It can have a corrosive influence on a young mind when society ties accent to social status, which can from there easily mutate into racism. I have a young neighbour who once told me, her mother said she could talk to me because at least my English was fluent. Did her mother worry that by exposing her child to my accent I would corrupt her language development? May be I had internalized this inferiority because besides reading to my children daily myself, I also made a conscious effort to expose them to proper English by listening to the program ” Music and Story for children” on the radio. Whenever a Caucasian tried to speak Chinese even with an atrocious accent he or she was applauded and the effort of trying was amplified and appreciated. But the same courtesy is not returned to people of colour. The issue of accent cannot be divorced from the discussions of racism -although that is an extensive topic for another day.

I have noticed a curious phenomenon while teaching young children in kindergartens. I have never had a single incident where the children had trouble understanding me, but occasionally a student from a higher grade would complain about not understanding me because of my accent. I was puzzled by this until I realized that the younger the children, the more open-minded to languages they are. They do not attach value to any particular language. They simply try to decode whichever language they are exposed with the innate human trait of understanding their surrounding and developing meaningful relationships- an instinct essential to their survival. As they grow older they continuously receive hints and messages from society that only certain way of speaking and pronouncing a word are acceptable. Unless they have experienced a wider range of speech models, they can easily fall into the pitfall of many monolingual people’s thinking -that there is only one way to speak English. They do not think they need to make an effort to understand the other person unless he or she is speaking standard English.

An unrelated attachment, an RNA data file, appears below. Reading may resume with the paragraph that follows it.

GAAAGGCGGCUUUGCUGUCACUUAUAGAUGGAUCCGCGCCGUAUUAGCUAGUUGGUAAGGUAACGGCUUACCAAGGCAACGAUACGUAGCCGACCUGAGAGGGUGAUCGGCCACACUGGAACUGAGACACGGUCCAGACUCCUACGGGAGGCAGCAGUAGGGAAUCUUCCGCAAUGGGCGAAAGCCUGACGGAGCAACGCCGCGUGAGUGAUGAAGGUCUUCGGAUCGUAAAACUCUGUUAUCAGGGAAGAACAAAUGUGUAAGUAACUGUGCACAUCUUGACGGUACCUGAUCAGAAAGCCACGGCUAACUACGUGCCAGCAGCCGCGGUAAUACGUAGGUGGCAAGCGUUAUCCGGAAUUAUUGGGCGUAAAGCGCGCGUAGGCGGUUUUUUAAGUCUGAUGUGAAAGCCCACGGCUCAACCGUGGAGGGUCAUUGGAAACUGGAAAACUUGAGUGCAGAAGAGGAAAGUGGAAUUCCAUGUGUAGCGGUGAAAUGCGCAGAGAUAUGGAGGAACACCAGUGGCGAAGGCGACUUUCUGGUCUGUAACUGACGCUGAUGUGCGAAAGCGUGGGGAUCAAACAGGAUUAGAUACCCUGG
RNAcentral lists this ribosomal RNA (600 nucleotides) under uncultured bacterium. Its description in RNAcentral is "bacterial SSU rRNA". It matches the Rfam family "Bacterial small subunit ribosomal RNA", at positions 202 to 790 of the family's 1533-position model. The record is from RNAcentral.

I had a negative experience with such a scenario in Toronto a few years back. I saw a discount on a shredder in the flyer from a local hardware store and was excited to get the machine to shred all my banking and investment documents before recycling them. When I arrived at the store, a young guy came up to greet me. When I told him what I was looking for, he just stared at me and said repeatedly he could not understand what I was looking for. I left in disgust after telling him a couple more times with care but receiving no reaction other than him standing there still waiting for me to say it with a standard English accent. It was an act of White privilege on full display. It would not have been difficult for him to take a flyer and allow me to show him the item I wanted if he had really wanted to put the customer first.